Date: March 15, 2013
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Sales brisk for new flora, buyers not all in Virginia
A feature from the Flora of Virginia Project
By Bland Crowder
EDITORS: Download the flora cover art from Flickr.
More than half the 3,500 copies of the new "Flora of Virginia" have been sold since the book's publication in November, and a second printing is on the way. The blitz reflects sales from outside Virginia, said J. Christopher Ludwig, co-author of the flora and executive director of the Flora of Virginia Project, which oversaw the book's production.
The 1,600-page flora is a guide to 3,164 plant species native to or naturalized in Virginia. Just six of those species are found solely in the commonwealth. The others range farther afield.
"Because we have the newest flora on the block, other states are finding our manual useful," said Ludwig, who is also chief biologist with the Virginia Department of Conservation and Recreation's Natural Heritage Program, a key partner of the Flora Project.
Lacking a flora for their own state for decades - or centuries - Virginia botanists had to use other floras. The "Manual of the Vascular Flora of the Carolinas," by Albert E. Radford, Harry E. Ahles and C. Ritchie Bell and published in 1968, was a standby, as was the "Flora of West Virginia," by P.D. Strausbaugh and Earl Core, published in 1978. Now Virginia is using its own flora, which has something special to offer botanists in other states, too.
Large chunks of West Virginia, North Carolina and Maryland, however, and parts of Tennessee, Ohio and Pennsylvania, share 95 to 100 percent of Virginia's plants. "A level of 95 percent or more is great," said Alan Weakley, a co-author of the "Flora of Virginia" and curator of the herbarium and an adjunct professor of biology at the University of North Carolina in Chapel Hill. "It means the flora can be used almost as though it actually were intended to cover those areas."
The maps show that most of New Jersey, the remainder of Pennsylvania, West Virginia and Ohio, and most of the rest of North Carolina and Tennessee share 90 to 95 percent of Virginia's plants. "Of course, 90 to 95 percent means that 5 to 10 percent of the species are missing, and that requires some extra attention in using the manual," Weakley said.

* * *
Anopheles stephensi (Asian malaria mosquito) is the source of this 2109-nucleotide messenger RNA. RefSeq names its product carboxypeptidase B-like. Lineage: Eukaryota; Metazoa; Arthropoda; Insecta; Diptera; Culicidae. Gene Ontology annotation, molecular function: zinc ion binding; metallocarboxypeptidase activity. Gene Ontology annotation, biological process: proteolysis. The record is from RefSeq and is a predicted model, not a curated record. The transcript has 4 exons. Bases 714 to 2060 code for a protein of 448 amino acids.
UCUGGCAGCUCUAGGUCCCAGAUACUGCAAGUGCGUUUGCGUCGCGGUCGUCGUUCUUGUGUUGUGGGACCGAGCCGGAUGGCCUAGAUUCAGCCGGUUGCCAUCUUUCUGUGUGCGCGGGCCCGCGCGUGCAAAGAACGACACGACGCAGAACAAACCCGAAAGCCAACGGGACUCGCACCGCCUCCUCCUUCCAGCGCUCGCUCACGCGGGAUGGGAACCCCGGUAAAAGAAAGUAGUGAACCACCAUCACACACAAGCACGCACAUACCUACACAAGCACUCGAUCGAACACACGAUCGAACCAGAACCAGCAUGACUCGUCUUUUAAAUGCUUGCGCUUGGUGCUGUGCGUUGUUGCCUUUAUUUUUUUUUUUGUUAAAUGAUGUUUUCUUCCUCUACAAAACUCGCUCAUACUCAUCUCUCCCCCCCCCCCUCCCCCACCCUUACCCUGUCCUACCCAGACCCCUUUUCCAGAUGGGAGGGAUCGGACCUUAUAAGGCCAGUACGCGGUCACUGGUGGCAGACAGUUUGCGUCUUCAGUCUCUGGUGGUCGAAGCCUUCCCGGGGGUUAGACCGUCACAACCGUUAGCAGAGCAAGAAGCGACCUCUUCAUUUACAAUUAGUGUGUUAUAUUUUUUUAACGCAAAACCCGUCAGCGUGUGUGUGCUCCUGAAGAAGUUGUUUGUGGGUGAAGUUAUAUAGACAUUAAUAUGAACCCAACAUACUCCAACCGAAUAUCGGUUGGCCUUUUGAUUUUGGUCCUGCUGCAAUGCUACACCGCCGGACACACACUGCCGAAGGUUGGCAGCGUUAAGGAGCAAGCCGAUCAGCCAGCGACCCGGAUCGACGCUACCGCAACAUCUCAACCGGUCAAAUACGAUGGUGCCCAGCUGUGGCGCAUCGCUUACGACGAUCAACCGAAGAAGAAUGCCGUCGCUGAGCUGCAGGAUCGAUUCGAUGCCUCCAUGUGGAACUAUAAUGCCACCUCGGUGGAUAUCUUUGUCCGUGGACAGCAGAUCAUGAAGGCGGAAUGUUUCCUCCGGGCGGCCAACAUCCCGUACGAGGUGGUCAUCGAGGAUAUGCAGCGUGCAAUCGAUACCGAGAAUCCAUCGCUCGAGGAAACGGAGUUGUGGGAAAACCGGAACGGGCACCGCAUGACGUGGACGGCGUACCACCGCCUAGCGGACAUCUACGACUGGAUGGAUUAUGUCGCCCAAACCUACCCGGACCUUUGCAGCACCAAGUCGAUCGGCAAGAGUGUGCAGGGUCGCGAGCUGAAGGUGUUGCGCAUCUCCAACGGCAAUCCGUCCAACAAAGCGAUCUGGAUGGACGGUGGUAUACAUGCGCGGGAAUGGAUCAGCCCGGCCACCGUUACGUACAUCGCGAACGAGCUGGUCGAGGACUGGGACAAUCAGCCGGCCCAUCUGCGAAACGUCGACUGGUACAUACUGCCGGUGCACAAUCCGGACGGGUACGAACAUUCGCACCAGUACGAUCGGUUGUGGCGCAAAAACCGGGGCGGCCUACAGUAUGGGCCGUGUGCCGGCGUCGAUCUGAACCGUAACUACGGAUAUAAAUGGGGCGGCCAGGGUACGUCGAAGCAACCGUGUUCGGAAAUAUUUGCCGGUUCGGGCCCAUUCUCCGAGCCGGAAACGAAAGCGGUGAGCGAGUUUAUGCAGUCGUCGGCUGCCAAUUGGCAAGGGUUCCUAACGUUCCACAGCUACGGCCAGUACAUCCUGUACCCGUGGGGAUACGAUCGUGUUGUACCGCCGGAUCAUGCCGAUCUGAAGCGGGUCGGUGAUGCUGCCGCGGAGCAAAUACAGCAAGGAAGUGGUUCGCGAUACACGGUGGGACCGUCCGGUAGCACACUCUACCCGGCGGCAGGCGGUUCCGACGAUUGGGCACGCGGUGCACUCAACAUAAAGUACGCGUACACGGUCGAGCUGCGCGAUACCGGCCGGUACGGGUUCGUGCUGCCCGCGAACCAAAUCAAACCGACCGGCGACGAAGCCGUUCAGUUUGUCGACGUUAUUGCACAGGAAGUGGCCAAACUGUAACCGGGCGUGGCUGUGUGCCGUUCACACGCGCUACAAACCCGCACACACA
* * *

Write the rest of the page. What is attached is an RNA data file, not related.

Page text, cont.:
One step further, to 75 to 90 percent shared species, reaches the Great Plains, north beyond the Great Lakes, and northeast into lower Maine. The percentages drop further in the Plains and along the warmer Southeast, reflecting different environmental factors and the influx of prairie, southern or subtropical species. "To me, 75 to 90 percent still means it's a very useful reference, but requiring some caution in using it to key plants," Weakley said. "And even at the 50- to 75-percent level, which extends to include the eastern half of the United States, the 'Flora of Virginia' is still relevant, providing valuable new insights on more than half the species found in those areas."
People have taken note of this value of Virginia's new manual. "Indeed, the flora is selling beyond Virginia's borders," said Barney Lipscomb, head of the BRIT Press, of Fort Worth's Botanical Research Institute of Texas, the book's publisher. "We have shipped books to North Carolina, Maryland, Tennessee, Alabama and several other states." The Flora of Virginia Project has mailed copies to Pennsylvania, New Hampshire, West Virginia, Mississippi, New York and Florida, Ludwig said. One copy went to a Virginian now living in New Mexico (whose flora overlaps with Virginia's only 5 to 25 percent). A copy has also gone to England, and another to Sweden.
"The essential purpose of the 'Flora of Virginia' is to enable identification of plants," Ludwig said. "Each species is described in fine detail, and other information is presented, such as flowering and fruiting times, the plant's status in the state, and the characteristics of its habitat." Of the plants described, 1,400 are illustrated with pen-and-ink drawings commissioned for the book. Users are guided through the task of identifying a plant by the flora's keys, which, through a stepwise process, help them winnow down the possibilities.
Special chapters present the history of botanical exploration in Virginia; the processes by which the state's plant communities have developed over geological time; and 50 of the best sites at which to learn about Virginia's plant life.
The flora took 11 years to produce and was made possible by the support of grants, individual donors and five official partners. In addition to the Department of Conservation and Recreation, those partners are the Virginia Native Plant Society, the Virginia Botanical Associates, the Virginia Academy of Science and the Lewis Ginter Botanical Garden.
"We are proud to see this product come to fruition and to have been able to realize it with an eye to conservation," said Tom Smith, director of the Virginia Natural Heritage Program and a member of the Flora Project's board. "The flora is going to be important to botanists, ecologists, planners and environmental consultants in finding, managing, conserving and restoring our native plant communities for generations to come."
It was selected as the official textbook for this spring's plant taxonomy course at James Madison University, and Weakley will use it this fall in his course on plants of North Carolina.
To order a copy of the "Flora of Virginia," visit the home page of the Flora Project's website, floraofvirginia.org, and click the red button. The price is $79.99, plus $6.50 shipping.
Bland Crowder is editor and associate director with the Flora of Virginia Project. He is a freelance writer and editor in Richmond, Va.
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